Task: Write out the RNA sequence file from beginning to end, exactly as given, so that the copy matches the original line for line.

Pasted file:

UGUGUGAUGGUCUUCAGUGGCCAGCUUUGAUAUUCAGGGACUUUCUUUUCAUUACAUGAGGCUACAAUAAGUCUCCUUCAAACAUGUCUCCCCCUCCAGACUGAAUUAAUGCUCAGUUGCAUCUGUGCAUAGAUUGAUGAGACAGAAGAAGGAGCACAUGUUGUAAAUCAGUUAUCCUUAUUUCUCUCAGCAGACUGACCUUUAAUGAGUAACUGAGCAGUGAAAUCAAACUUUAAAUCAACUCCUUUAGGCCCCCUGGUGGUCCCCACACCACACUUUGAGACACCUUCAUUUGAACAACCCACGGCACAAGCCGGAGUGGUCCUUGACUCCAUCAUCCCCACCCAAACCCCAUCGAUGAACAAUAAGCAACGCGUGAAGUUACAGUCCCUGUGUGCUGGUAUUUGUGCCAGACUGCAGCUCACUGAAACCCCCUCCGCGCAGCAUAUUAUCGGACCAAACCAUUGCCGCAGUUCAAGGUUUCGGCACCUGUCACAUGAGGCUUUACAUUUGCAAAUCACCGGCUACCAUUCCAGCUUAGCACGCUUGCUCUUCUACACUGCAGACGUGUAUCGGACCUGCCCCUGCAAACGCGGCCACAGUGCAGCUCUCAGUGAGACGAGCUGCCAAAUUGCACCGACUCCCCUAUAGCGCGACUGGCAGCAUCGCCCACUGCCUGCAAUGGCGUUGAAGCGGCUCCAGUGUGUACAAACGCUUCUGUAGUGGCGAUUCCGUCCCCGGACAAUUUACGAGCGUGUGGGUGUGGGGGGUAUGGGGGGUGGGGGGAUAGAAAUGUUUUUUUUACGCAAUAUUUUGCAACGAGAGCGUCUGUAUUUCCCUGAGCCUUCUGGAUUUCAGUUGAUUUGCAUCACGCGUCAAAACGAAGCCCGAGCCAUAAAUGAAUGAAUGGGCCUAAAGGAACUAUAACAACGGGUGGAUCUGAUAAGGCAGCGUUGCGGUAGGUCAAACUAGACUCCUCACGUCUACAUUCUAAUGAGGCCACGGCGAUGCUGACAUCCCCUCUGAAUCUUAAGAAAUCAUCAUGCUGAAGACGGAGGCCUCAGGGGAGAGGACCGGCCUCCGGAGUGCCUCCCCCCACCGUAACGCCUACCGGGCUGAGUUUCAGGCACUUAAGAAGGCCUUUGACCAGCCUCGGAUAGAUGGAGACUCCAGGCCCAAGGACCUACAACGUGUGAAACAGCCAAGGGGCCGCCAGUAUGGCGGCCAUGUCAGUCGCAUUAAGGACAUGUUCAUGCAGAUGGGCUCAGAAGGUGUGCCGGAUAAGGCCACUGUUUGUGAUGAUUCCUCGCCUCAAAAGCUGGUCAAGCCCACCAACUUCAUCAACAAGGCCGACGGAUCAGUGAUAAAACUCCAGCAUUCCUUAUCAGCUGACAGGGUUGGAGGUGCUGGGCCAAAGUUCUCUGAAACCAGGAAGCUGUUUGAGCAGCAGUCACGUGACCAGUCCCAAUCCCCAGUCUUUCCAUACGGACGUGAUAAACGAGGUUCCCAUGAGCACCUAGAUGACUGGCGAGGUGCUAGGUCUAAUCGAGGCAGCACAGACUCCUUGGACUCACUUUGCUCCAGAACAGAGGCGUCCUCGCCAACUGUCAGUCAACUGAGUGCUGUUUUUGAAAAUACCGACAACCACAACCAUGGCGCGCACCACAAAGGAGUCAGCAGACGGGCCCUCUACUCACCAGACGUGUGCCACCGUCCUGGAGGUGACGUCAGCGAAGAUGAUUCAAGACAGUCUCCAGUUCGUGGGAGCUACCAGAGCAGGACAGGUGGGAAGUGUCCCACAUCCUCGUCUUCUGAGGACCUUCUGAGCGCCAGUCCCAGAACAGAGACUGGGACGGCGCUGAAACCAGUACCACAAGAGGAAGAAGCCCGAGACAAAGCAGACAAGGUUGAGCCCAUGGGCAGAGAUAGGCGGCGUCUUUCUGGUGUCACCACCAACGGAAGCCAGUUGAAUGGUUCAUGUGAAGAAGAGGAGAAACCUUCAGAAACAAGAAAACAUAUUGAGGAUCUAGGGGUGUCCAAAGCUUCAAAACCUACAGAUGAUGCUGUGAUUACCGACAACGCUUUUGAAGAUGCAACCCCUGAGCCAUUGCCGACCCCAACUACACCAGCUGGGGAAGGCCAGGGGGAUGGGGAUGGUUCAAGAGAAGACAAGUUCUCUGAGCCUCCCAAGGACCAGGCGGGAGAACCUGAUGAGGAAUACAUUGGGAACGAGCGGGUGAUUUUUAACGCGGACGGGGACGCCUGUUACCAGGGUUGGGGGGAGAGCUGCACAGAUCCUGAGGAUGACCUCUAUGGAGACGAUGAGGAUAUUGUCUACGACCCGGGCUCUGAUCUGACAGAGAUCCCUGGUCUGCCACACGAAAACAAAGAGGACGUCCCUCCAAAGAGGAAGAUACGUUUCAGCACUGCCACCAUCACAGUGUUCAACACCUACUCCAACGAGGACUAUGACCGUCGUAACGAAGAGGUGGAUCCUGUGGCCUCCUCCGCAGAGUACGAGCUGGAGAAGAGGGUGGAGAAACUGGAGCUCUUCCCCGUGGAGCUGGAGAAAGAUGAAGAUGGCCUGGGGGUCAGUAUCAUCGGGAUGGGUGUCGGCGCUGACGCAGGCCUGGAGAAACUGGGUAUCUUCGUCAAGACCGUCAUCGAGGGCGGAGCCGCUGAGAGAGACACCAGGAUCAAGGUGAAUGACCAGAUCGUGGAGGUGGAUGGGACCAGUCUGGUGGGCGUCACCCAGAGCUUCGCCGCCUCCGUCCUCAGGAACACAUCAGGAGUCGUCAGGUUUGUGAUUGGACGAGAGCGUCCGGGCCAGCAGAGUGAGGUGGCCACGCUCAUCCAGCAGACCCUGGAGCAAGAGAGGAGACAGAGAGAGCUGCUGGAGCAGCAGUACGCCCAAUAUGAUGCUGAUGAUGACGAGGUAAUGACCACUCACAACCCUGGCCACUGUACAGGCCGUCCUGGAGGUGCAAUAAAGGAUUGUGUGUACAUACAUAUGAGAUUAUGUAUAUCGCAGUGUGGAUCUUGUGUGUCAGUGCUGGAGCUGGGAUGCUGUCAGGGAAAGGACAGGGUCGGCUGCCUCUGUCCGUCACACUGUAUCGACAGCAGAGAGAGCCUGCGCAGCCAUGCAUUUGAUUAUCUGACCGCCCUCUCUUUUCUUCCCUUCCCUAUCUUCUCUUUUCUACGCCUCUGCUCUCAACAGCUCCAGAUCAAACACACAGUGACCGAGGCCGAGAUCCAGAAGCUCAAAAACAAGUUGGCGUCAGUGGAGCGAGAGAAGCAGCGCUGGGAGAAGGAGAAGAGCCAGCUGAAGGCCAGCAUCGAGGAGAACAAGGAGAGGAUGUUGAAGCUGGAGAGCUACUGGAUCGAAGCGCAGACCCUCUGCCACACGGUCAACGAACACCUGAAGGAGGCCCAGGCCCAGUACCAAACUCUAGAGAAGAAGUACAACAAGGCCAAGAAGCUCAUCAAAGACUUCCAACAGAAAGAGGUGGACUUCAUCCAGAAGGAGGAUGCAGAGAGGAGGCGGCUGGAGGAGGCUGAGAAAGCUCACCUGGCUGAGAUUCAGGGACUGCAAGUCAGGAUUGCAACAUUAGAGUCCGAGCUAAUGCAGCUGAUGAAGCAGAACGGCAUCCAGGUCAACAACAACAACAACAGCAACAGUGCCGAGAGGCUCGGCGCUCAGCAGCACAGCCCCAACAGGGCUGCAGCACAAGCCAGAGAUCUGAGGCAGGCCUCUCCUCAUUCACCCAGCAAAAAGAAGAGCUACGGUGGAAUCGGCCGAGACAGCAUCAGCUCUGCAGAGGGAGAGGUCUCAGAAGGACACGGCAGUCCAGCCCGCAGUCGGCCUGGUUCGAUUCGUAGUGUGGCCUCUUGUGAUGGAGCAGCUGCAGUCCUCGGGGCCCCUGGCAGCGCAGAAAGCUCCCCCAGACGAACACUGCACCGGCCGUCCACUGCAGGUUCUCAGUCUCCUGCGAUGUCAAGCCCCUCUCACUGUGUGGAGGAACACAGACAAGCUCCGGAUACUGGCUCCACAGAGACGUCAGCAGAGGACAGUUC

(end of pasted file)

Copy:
UGUGUGAUGGUCUUCAGUGGCCAGCUUUGAUAUUCAGGGACUUUCUUUUCAUUACAUGAGGCUACAAUAAGUCUCCUUCAAACAUGUCUCCCCCUCCAGACUGAAUUAAUGCUCAGUUGCAUCUGUGCAUAGAUUGAUGAGACAGAAGAAGGAGCACAUGUUGUAAAUCAGUUAUCCUUAUUUCUCUCAGCAGACUGACCUUUAAUGAGUAACUGAGCAGUGAAAUCAAACUUUAAAUCAACUCCUUUAGGCCCCCUGGUGGUCCCCACACCACACUUUGAGACACCUUCAUUUGAACAACCCACGGCACAAGCCGGAGUGGUCCUUGACUCCAUCAUCCCCACCCAAACCCCAUCGAUGAACAAUAAGCAACGCGUGAAGUUACAGUCCCUGUGUGCUGGUAUUUGUGCCAGACUGCAGCUCACUGAAACCCCCUCCGCGCAGCAUAUUAUCGGACCAAACCAUUGCCGCAGUUCAAGGUUUCGGCACCUGUCACAUGAGGCUUUACAUUUGCAAAUCACCGGCUACCAUUCCAGCUUAGCACGCUUGCUCUUCUACACUGCAGACGUGUAUCGGACCUGCCCCUGCAAACGCGGCCACAGUGCAGCUCUCAGUGAGACGAGCUGCCAAAUUGCACCGACUCCCCUAUAGCGCGACUGGCAGCAUCGCCCACUGCCUGCAAUGGCGUUGAAGCGGCUCCAGUGUGUACAAACGCUUCUGUAGUGGCGAUUCCGUCCCCGGACAAUUUACGAGCGUGUGGGUGUGGGGGGUAUGGGGGGUGGGGGGAUAGAAAUGUUUUUUUUACGCAAUAUUUUGCAACGAGAGCGUCUGUAUUUCCCUGAGCCUUCUGGAUUUCAGUUGAUUUGCAUCACGCGUCAAAACGAAGCCCGAGCCAUAAAUGAAUGAAUGGGCCUAAAGGAACUAUAACAACGGGUGGAUCUGAUAAGGCAGCGUUGCGGUAGGUCAAACUAGACUCCUCACGUCUACAUUCUAAUGAGGCCACGGCGAUGCUGACAUCCCCUCUGAAUCUUAAGAAAUCAUCAUGCUGAAGACGGAGGCCUCAGGGGAGAGGACCGGCCUCCGGAGUGCCUCCCCCCACCGUAACGCCUACCGGGCUGAGUUUCAGGCACUUAAGAAGGCCUUUGACCAGCCUCGGAUAGAUGGAGACUCCAGGCCCAAGGACCUACAACGUGUGAAACAGCCAAGGGGCCGCCAGUAUGGCGGCCAUGUCAGUCGCAUUAAGGACAUGUUCAUGCAGAUGGGCUCAGAAGGUGUGCCGGAUAAGGCCACUGUUUGUGAUGAUUCCUCGCCUCAAAAGCUGGUCAAGCCCACCAACUUCAUCAACAAGGCCGACGGAUCAGUGAUAAAACUCCAGCAUUCCUUAUCAGCUGACAGGGUUGGAGGUGCUGGGCCAAAGUUCUCUGAAACCAGGAAGCUGUUUGAGCAGCAGUCACGUGACCAGUCCCAAUCCCCAGUCUUUCCAUACGGACGUGAUAAACGAGGUUCCCAUGAGCACCUAGAUGACUGGCGAGGUGCUAGGUCUAAUCGAGGCAGCACAGACUCCUUGGACUCACUUUGCUCCAGAACAGAGGCGUCCUCGCCAACUGUCAGUCAACUGAGUGCUGUUUUUGAAAAUACCGACAACCACAACCAUGGCGCGCACCACAAAGGAGUCAGCAGACGGGCCCUCUACUCACCAGACGUGUGCCACCGUCCUGGAGGUGACGUCAGCGAAGAUGAUUCAAGACAGUCUCCAGUUCGUGGGAGCUACCAGAGCAGGACAGGUGGGAAGUGUCCCACAUCCUCGUCUUCUGAGGACCUUCUGAGCGCCAGUCCCAGAACAGAGACUGGGACGGCGCUGAAACCAGUACCACAAGAGGAAGAAGCCCGAGACAAAGCAGACAAGGUUGAGCCCAUGGGCAGAGAUAGGCGGCGUCUUUCUGGUGUCACCACCAACGGAAGCCAGUUGAAUGGUUCAUGUGAAGAAGAGGAGAAACCUUCAGAAACAAGAAAACAUAUUGAGGAUCUAGGGGUGUCCAAAGCUUCAAAACCUACAGAUGAUGCUGUGAUUACCGACAACGCUUUUGAAGAUGCAACCCCUGAGCCAUUGCCGACCCCAACUACACCAGCUGGGGAAGGCCAGGGGGAUGGGGAUGGUUCAAGAGAAGACAAGUUCUCUGAGCCUCCCAAGGACCAGGCGGGAGAACCUGAUGAGGAAUACAUUGGGAACGAGCGGGUGAUUUUUAACGCGGACGGGGACGCCUGUUACCAGGGUUGGGGGGAGAGCUGCACAGAUCCUGAGGAUGACCUCUAUGGAGACGAUGAGGAUAUUGUCUACGACCCGGGCUCUGAUCUGACAGAGAUCCCUGGUCUGCCACACGAAAACAAAGAGGACGUCCCUCCAAAGAGGAAGAUACGUUUCAGCACUGCCACCAUCACAGUGUUCAACACCUACUCCAACGAGGACUAUGACCGUCGUAACGAAGAGGUGGAUCCUGUGGCCUCCUCCGCAGAGUACGAGCUGGAGAAGAGGGUGGAGAAACUGGAGCUCUUCCCCGUGGAGCUGGAGAAAGAUGAAGAUGGCCUGGGGGUCAGUAUCAUCGGGAUGGGUGUCGGCGCUGACGCAGGCCUGGAGAAACUGGGUAUCUUCGUCAAGACCGUCAUCGAGGGCGGAGCCGCUGAGAGAGACACCAGGAUCAAGGUGAAUGACCAGAUCGUGGAGGUGGAUGGGACCAGUCUGGUGGGCGUCACCCAGAGCUUCGCCGCCUCCGUCCUCAGGAACACAUCAGGAGUCGUCAGGUUUGUGAUUGGACGAGAGCGUCCGGGCCAGCAGAGUGAGGUGGCCACGCUCAUCCAGCAGACCCUGGAGCAAGAGAGGAGACAGAGAGAGCUGCUGGAGCAGCAGUACGCCCAAUAUGAUGCUGAUGAUGACGAGGUAAUGACCACUCACAACCCUGGCCACUGUACAGGCCGUCCUGGAGGUGCAAUAAAGGAUUGUGUGUACAUACAUAUGAGAUUAUGUAUAUCGCAGUGUGGAUCUUGUGUGUCAGUGCUGGAGCUGGGAUGCUGUCAGGGAAAGGACAGGGUCGGCUGCCUCUGUCCGUCACACUGUAUCGACAGCAGAGAGAGCCUGCGCAGCCAUGCAUUUGAUUAUCUGACCGCCCUCUCUUUUCUUCCCUUCCCUAUCUUCUCUUUUCUACGCCUCUGCUCUCAACAGCUCCAGAUCAAACACACAGUGACCGAGGCCGAGAUCCAGAAGCUCAAAAACAAGUUGGCGUCAGUGGAGCGAGAGAAGCAGCGCUGGGAGAAGGAGAAGAGCCAGCUGAAGGCCAGCAUCGAGGAGAACAAGGAGAGGAUGUUGAAGCUGGAGAGCUACUGGAUCGAAGCGCAGACCCUCUGCCACACGGUCAACGAACACCUGAAGGAGGCCCAGGCCCAGUACCAAACUCUAGAGAAGAAGUACAACAAGGCCAAGAAGCUCAUCAAAGACUUCCAACAGAAAGAGGUGGACUUCAUCCAGAAGGAGGAUGCAGAGAGGAGGCGGCUGGAGGAGGCUGAGAAAGCUCACCUGGCUGAGAUUCAGGGACUGCAAGUCAGGAUUGCAACAUUAGAGUCCGAGCUAAUGCAGCUGAUGAAGCAGAACGGCAUCCAGGUCAACAACAACAACAACAGCAACAGUGCCGAGAGGCUCGGCGCUCAGCAGCACAGCCCCAACAGGGCUGCAGCACAAGCCAGAGAUCUGAGGCAGGCCUCUCCUCAUUCACCCAGCAAAAAGAAGAGCUACGGUGGAAUCGGCCGAGACAGCAUCAGCUCUGCAGAGGGAGAGGUCUCAGAAGGACACGGCAGUCCAGCCCGCAGUCGGCCUGGUUCGAUUCGUAGUGUGGCCUCUUGUGAUGGAGCAGCUGCAGUCCUCGGGGCCCCUGGCAGCGCAGAAAGCUCCCCCAGACGAACACUGCACCGGCCGUCCACUGCAGGUUCUCAGUCUCCUGCGAUGUCAAGCCCCUCUCACUGUGUGGAGGAACACAGACAAGCUCCGGAUACUGGCUCCACAGAGACGUCAGCAGAGGACAGUUC